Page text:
Author Authenticity and the Right to Write

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In this week's Multicultural Minute video, author Beverly Patt mentions that the authenticity of an author's voice was a "very controversial subject at the time [of writing her book]." At the time! That's funny, since it's one of the most controversial subjects of ALL time. And it's one of the issues that fascinates me most. Who should have the right to tell a story? Can people outside of a group write authentically about members of the group?

I asked these and similar questions to authors I met at the Kindling Words conference and noticed that a number of authors had decided, after struggling with this question, to write their book from a Caucasian character's point of view. Even if the story and theme were about the other group, they created a character who filtered the story through their own Caucasian experience.

There were a few reasons for this, but the biggest was that the authors were afraid of receiving criticism for co-opting a story from a group they did not belong to. And while it's true that some outspoken individuals believe that no one can represent a group they don't have firsthand knowledge of, they underestimate the power of imaginative empathy and the mighty strength of good research.

And they also seem to forget a most important point: no one is asking the author to represent an entire group of people. We are asking them to present one person's story. Almost because there is so little available about some people, we expect every story to be THE representative story and not just A story.

Unfortunately, this fear of criticism, coupled with a disproportionately large percentage of white published authors, results in a publishing landscape where too many people of color are relegated to secondary-character roles.

So. As you may know, I do not agree that any one group of people has more of a right to tell a story than another. I do not believe in looking at the author's name before judging the quality of a book (and even if I did, what would that tell me, in this day and age?). I urge authors to write on whatever subjects most move you, and from the point of view that most moves you. Don't be cowed by the small-minded and exclusionary among us. When they twitter and post diatribes on the blogs, don't worry. We of the broad mind and love of the good story will be here to cover your back.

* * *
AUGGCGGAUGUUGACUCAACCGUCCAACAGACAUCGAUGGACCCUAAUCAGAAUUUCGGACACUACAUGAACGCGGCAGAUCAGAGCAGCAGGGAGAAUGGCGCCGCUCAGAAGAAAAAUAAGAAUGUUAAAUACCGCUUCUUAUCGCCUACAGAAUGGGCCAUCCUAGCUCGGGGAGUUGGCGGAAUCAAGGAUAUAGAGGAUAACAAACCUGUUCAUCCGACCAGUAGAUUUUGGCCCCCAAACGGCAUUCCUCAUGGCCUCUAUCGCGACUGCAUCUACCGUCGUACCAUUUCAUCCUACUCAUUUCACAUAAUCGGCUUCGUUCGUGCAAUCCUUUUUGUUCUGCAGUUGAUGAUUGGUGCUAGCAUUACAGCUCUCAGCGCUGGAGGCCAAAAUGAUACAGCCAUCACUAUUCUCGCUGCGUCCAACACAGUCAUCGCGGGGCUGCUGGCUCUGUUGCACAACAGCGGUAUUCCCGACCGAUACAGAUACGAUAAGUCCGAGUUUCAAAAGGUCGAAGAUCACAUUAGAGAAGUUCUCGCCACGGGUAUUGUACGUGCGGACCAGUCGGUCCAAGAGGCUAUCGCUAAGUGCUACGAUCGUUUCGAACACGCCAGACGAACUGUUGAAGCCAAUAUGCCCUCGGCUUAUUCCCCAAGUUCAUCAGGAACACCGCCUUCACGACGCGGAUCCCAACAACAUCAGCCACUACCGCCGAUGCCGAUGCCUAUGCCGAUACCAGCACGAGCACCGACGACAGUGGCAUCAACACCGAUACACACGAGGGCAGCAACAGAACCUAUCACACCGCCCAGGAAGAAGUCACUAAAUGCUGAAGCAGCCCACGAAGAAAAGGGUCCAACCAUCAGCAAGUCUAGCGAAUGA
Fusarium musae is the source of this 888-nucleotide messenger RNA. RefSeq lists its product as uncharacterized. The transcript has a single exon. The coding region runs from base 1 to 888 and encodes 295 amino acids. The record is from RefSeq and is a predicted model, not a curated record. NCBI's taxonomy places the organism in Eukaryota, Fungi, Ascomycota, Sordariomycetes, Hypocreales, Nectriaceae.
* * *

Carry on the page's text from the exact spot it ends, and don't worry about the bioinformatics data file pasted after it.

2 Comments

Renee,

Thank you for your post. This controversy interests me greatly as I've recently written picture books about characters "outside my group." As you said, my characters and their lives and choices moved me and I felt almost like I had no choice but to write their stories--even if I had never come close to walking in their shoes. I tried hard to be as authentic as possible in the details of their lives, and I gave them my respect. Other writers might write different more authentic about similar topics, but these are mine.

Hi Renee!

You forget, I'm an old lady;)
I do think things have gotten better since I first started writing Best Friends Forever. When I first started submitting, I had a lot of editors ask me my background and what made me an 'authority' on the subject of Japanese internment. I think they wanted to avoid all the controversy. As the years passed and I revised and added to the manuscript, I received fewer of these questions. It never even came up with the publisher who bought it, Marshall Cavendish.
So, things have definitely improved, probably due in large part to individuals like you who promote open-mindedness and just telling the best story possible.
Thank you for putting this message out there! We need more encouraging voices like yours!
And as a little caveat, I just received a very positive email from an individual at the Japanese American National Museum wanting to set up a possible appearance! So, yay for progress and let's keep it rolling!






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Blog Contributors

Renee Ting is the President and Publisher of Shen's Books. She is the author of The Prince's Diary and the blog, Renee's Book of the Day.

Emily Jiang is a writer of children's and YA literature. She also blogs at TLeaf Readings.

Shen’s Books is a publisher of multicultural children’s literature that emphasizes cultural diversity and tolerance, with a focus on introducing children to the cultures of Asia.

Through books, we can share a world a stories, building greater understanding and tolerance within our increasingly diverse communities as well as throughout our continuously shrinking globe.

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